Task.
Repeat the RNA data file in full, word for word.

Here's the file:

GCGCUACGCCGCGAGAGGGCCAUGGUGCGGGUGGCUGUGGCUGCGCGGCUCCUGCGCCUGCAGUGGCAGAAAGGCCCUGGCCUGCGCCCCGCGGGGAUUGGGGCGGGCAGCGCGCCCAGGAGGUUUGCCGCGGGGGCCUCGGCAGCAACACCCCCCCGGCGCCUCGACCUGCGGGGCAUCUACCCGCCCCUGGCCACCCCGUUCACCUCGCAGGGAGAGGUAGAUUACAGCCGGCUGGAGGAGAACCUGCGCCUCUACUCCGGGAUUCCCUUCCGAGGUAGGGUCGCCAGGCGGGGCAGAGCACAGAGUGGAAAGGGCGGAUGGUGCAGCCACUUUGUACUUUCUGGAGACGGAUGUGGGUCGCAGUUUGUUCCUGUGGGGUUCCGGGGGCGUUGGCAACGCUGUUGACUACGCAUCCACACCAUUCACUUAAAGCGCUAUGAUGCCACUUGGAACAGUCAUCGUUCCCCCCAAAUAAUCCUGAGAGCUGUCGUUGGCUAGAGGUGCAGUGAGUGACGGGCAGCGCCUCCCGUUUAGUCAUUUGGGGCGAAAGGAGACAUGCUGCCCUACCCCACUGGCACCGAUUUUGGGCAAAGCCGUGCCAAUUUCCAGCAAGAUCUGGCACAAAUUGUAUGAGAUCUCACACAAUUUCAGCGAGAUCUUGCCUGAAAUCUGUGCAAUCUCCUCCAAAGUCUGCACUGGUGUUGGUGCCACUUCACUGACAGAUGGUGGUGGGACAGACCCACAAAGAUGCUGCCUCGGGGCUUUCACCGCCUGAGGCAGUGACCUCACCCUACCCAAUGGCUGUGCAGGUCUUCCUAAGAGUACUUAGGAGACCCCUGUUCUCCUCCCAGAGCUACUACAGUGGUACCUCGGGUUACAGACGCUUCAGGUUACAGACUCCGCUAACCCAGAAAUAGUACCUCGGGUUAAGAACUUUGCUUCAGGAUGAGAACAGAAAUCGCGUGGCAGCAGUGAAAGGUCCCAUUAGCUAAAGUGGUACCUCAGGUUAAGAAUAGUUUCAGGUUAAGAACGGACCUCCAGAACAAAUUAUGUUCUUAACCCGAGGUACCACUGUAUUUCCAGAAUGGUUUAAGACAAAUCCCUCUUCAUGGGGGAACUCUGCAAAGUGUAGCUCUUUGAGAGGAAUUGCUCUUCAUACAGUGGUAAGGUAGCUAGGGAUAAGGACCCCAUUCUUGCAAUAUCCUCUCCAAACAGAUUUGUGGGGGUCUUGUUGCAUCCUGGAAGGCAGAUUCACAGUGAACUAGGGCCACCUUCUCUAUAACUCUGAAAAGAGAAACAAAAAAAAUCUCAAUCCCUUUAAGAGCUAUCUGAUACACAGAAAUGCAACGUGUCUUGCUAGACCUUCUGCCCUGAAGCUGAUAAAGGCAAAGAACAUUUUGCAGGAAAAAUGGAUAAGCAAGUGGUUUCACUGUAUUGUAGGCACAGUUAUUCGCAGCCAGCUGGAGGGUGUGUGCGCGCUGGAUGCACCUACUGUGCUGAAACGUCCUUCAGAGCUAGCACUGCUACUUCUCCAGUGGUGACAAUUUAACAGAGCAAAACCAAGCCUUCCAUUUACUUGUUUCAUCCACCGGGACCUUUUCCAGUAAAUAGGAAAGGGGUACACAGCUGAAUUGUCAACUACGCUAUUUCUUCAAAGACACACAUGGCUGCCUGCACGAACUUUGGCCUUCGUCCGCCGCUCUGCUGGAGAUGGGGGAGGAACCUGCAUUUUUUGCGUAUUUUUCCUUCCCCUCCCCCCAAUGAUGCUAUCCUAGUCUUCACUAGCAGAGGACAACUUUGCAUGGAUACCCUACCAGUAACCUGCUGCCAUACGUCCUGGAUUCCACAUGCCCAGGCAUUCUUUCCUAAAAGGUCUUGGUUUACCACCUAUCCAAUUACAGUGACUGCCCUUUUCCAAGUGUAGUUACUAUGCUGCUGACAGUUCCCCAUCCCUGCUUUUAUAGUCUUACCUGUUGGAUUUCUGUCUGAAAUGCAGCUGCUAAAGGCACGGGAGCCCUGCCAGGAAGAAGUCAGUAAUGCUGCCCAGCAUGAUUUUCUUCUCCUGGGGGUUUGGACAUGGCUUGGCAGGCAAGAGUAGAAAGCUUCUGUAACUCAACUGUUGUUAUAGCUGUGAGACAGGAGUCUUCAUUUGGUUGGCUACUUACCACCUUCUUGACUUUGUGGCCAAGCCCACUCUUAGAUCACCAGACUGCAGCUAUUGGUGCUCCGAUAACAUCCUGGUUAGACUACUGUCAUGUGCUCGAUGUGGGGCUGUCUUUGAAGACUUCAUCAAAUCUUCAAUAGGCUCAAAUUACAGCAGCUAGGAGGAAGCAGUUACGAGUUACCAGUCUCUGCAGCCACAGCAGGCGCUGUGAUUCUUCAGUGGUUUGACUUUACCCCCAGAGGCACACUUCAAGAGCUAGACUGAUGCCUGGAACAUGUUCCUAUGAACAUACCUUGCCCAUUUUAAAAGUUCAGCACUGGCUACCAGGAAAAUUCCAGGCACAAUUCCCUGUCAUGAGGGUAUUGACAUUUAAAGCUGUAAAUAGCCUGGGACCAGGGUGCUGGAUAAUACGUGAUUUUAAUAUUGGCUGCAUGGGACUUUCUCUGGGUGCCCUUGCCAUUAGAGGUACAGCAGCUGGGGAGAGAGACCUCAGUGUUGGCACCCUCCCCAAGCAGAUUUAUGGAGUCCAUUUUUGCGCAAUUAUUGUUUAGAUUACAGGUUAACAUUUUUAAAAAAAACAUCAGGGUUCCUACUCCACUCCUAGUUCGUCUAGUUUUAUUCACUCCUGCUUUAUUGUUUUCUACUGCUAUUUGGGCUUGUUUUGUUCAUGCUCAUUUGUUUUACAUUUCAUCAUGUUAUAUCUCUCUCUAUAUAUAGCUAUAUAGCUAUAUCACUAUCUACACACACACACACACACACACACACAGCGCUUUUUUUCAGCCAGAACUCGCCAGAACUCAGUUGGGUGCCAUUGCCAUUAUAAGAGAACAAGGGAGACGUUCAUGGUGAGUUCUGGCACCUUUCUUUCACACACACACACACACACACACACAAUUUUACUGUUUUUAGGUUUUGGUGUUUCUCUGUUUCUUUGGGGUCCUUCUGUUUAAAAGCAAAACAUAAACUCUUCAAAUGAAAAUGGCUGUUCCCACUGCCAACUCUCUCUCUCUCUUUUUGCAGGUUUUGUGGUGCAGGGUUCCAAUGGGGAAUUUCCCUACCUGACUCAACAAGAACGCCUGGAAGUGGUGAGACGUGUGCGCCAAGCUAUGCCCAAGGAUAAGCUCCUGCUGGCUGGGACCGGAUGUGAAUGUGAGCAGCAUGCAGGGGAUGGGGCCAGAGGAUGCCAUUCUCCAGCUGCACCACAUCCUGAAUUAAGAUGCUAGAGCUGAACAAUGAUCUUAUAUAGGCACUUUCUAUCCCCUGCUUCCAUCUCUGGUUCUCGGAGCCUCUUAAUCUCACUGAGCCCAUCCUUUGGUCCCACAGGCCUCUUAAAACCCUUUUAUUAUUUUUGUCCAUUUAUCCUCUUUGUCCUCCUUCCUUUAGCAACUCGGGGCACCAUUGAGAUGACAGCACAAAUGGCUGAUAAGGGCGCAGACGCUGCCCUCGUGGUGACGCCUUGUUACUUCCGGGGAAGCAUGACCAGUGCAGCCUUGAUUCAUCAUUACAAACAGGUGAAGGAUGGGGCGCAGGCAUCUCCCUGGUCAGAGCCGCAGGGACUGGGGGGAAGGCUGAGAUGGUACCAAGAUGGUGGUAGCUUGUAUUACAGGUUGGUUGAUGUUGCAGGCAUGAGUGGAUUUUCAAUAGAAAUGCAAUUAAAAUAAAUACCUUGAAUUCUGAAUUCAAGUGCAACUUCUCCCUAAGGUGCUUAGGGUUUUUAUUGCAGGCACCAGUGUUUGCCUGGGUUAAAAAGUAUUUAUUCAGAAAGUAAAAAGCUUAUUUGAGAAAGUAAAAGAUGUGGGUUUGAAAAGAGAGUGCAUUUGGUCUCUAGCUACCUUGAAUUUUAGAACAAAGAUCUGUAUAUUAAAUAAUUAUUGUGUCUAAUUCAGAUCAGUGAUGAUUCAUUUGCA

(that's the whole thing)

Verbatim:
GCGCUACGCCGCGAGAGGGCCAUGGUGCGGGUGGCUGUGGCUGCGCGGCUCCUGCGCCUGCAGUGGCAGAAAGGCCCUGGCCUGCGCCCCGCGGGGAUUGGGGCGGGCAGCGCGCCCAGGAGGUUUGCCGCGGGGGCCUCGGCAGCAACACCCCCCCGGCGCCUCGACCUGCGGGGCAUCUACCCGCCCCUGGCCACCCCGUUCACCUCGCAGGGAGAGGUAGAUUACAGCCGGCUGGAGGAGAACCUGCGCCUCUACUCCGGGAUUCCCUUCCGAGGUAGGGUCGCCAGGCGGGGCAGAGCACAGAGUGGAAAGGGCGGAUGGUGCAGCCACUUUGUACUUUCUGGAGACGGAUGUGGGUCGCAGUUUGUUCCUGUGGGGUUCCGGGGGCGUUGGCAACGCUGUUGACUACGCAUCCACACCAUUCACUUAAAGCGCUAUGAUGCCACUUGGAACAGUCAUCGUUCCCCCCAAAUAAUCCUGAGAGCUGUCGUUGGCUAGAGGUGCAGUGAGUGACGGGCAGCGCCUCCCGUUUAGUCAUUUGGGGCGAAAGGAGACAUGCUGCCCUACCCCACUGGCACCGAUUUUGGGCAAAGCCGUGCCAAUUUCCAGCAAGAUCUGGCACAAAUUGUAUGAGAUCUCACACAAUUUCAGCGAGAUCUUGCCUGAAAUCUGUGCAAUCUCCUCCAAAGUCUGCACUGGUGUUGGUGCCACUUCACUGACAGAUGGUGGUGGGACAGACCCACAAAGAUGCUGCCUCGGGGCUUUCACCGCCUGAGGCAGUGACCUCACCCUACCCAAUGGCUGUGCAGGUCUUCCUAAGAGUACUUAGGAGACCCCUGUUCUCCUCCCAGAGCUACUACAGUGGUACCUCGGGUUACAGACGCUUCAGGUUACAGACUCCGCUAACCCAGAAAUAGUACCUCGGGUUAAGAACUUUGCUUCAGGAUGAGAACAGAAAUCGCGUGGCAGCAGUGAAAGGUCCCAUUAGCUAAAGUGGUACCUCAGGUUAAGAAUAGUUUCAGGUUAAGAACGGACCUCCAGAACAAAUUAUGUUCUUAACCCGAGGUACCACUGUAUUUCCAGAAUGGUUUAAGACAAAUCCCUCUUCAUGGGGGAACUCUGCAAAGUGUAGCUCUUUGAGAGGAAUUGCUCUUCAUACAGUGGUAAGGUAGCUAGGGAUAAGGACCCCAUUCUUGCAAUAUCCUCUCCAAACAGAUUUGUGGGGGUCUUGUUGCAUCCUGGAAGGCAGAUUCACAGUGAACUAGGGCCACCUUCUCUAUAACUCUGAAAAGAGAAACAAAAAAAAUCUCAAUCCCUUUAAGAGCUAUCUGAUACACAGAAAUGCAACGUGUCUUGCUAGACCUUCUGCCCUGAAGCUGAUAAAGGCAAAGAACAUUUUGCAGGAAAAAUGGAUAAGCAAGUGGUUUCACUGUAUUGUAGGCACAGUUAUUCGCAGCCAGCUGGAGGGUGUGUGCGCGCUGGAUGCACCUACUGUGCUGAAACGUCCUUCAGAGCUAGCACUGCUACUUCUCCAGUGGUGACAAUUUAACAGAGCAAAACCAAGCCUUCCAUUUACUUGUUUCAUCCACCGGGACCUUUUCCAGUAAAUAGGAAAGGGGUACACAGCUGAAUUGUCAACUACGCUAUUUCUUCAAAGACACACAUGGCUGCCUGCACGAACUUUGGCCUUCGUCCGCCGCUCUGCUGGAGAUGGGGGAGGAACCUGCAUUUUUUGCGUAUUUUUCCUUCCCCUCCCCCCAAUGAUGCUAUCCUAGUCUUCACUAGCAGAGGACAACUUUGCAUGGAUACCCUACCAGUAACCUGCUGCCAUACGUCCUGGAUUCCACAUGCCCAGGCAUUCUUUCCUAAAAGGUCUUGGUUUACCACCUAUCCAAUUACAGUGACUGCCCUUUUCCAAGUGUAGUUACUAUGCUGCUGACAGUUCCCCAUCCCUGCUUUUAUAGUCUUACCUGUUGGAUUUCUGUCUGAAAUGCAGCUGCUAAAGGCACGGGAGCCCUGCCAGGAAGAAGUCAGUAAUGCUGCCCAGCAUGAUUUUCUUCUCCUGGGGGUUUGGACAUGGCUUGGCAGGCAAGAGUAGAAAGCUUCUGUAACUCAACUGUUGUUAUAGCUGUGAGACAGGAGUCUUCAUUUGGUUGGCUACUUACCACCUUCUUGACUUUGUGGCCAAGCCCACUCUUAGAUCACCAGACUGCAGCUAUUGGUGCUCCGAUAACAUCCUGGUUAGACUACUGUCAUGUGCUCGAUGUGGGGCUGUCUUUGAAGACUUCAUCAAAUCUUCAAUAGGCUCAAAUUACAGCAGCUAGGAGGAAGCAGUUACGAGUUACCAGUCUCUGCAGCCACAGCAGGCGCUGUGAUUCUUCAGUGGUUUGACUUUACCCCCAGAGGCACACUUCAAGAGCUAGACUGAUGCCUGGAACAUGUUCCUAUGAACAUACCUUGCCCAUUUUAAAAGUUCAGCACUGGCUACCAGGAAAAUUCCAGGCACAAUUCCCUGUCAUGAGGGUAUUGACAUUUAAAGCUGUAAAUAGCCUGGGACCAGGGUGCUGGAUAAUACGUGAUUUUAAUAUUGGCUGCAUGGGACUUUCUCUGGGUGCCCUUGCCAUUAGAGGUACAGCAGCUGGGGAGAGAGACCUCAGUGUUGGCACCCUCCCCAAGCAGAUUUAUGGAGUCCAUUUUUGCGCAAUUAUUGUUUAGAUUACAGGUUAACAUUUUUAAAAAAAACAUCAGGGUUCCUACUCCACUCCUAGUUCGUCUAGUUUUAUUCACUCCUGCUUUAUUGUUUUCUACUGCUAUUUGGGCUUGUUUUGUUCAUGCUCAUUUGUUUUACAUUUCAUCAUGUUAUAUCUCUCUCUAUAUAUAGCUAUAUAGCUAUAUCACUAUCUACACACACACACACACACACACACACAGCGCUUUUUUUCAGCCAGAACUCGCCAGAACUCAGUUGGGUGCCAUUGCCAUUAUAAGAGAACAAGGGAGACGUUCAUGGUGAGUUCUGGCACCUUUCUUUCACACACACACACACACACACACACAAUUUUACUGUUUUUAGGUUUUGGUGUUUCUCUGUUUCUUUGGGGUCCUUCUGUUUAAAAGCAAAACAUAAACUCUUCAAAUGAAAAUGGCUGUUCCCACUGCCAACUCUCUCUCUCUCUUUUUGCAGGUUUUGUGGUGCAGGGUUCCAAUGGGGAAUUUCCCUACCUGACUCAACAAGAACGCCUGGAAGUGGUGAGACGUGUGCGCCAAGCUAUGCCCAAGGAUAAGCUCCUGCUGGCUGGGACCGGAUGUGAAUGUGAGCAGCAUGCAGGGGAUGGGGCCAGAGGAUGCCAUUCUCCAGCUGCACCACAUCCUGAAUUAAGAUGCUAGAGCUGAACAAUGAUCUUAUAUAGGCACUUUCUAUCCCCUGCUUCCAUCUCUGGUUCUCGGAGCCUCUUAAUCUCACUGAGCCCAUCCUUUGGUCCCACAGGCCUCUUAAAACCCUUUUAUUAUUUUUGUCCAUUUAUCCUCUUUGUCCUCCUUCCUUUAGCAACUCGGGGCACCAUUGAGAUGACAGCACAAAUGGCUGAUAAGGGCGCAGACGCUGCCCUCGUGGUGACGCCUUGUUACUUCCGGGGAAGCAUGACCAGUGCAGCCUUGAUUCAUCAUUACAAACAGGUGAAGGAUGGGGCGCAGGCAUCUCCCUGGUCAGAGCCGCAGGGACUGGGGGGAAGGCUGAGAUGGUACCAAGAUGGUGGUAGCUUGUAUUACAGGUUGGUUGAUGUUGCAGGCAUGAGUGGAUUUUCAAUAGAAAUGCAAUUAAAAUAAAUACCUUGAAUUCUGAAUUCAAGUGCAACUUCUCCCUAAGGUGCUUAGGGUUUUUAUUGCAGGCACCAGUGUUUGCCUGGGUUAAAAAGUAUUUAUUCAGAAAGUAAAAAGCUUAUUUGAGAAAGUAAAAGAUGUGGGUUUGAAAAGAGAGUGCAUUUGGUCUCUAGCUACCUUGAAUUUUAGAACAAAGAUCUGUAUAUUAAAUAAUUAUUGUGUCUAAUUCAGAUCAGUGAUGAUUCAUUUGCA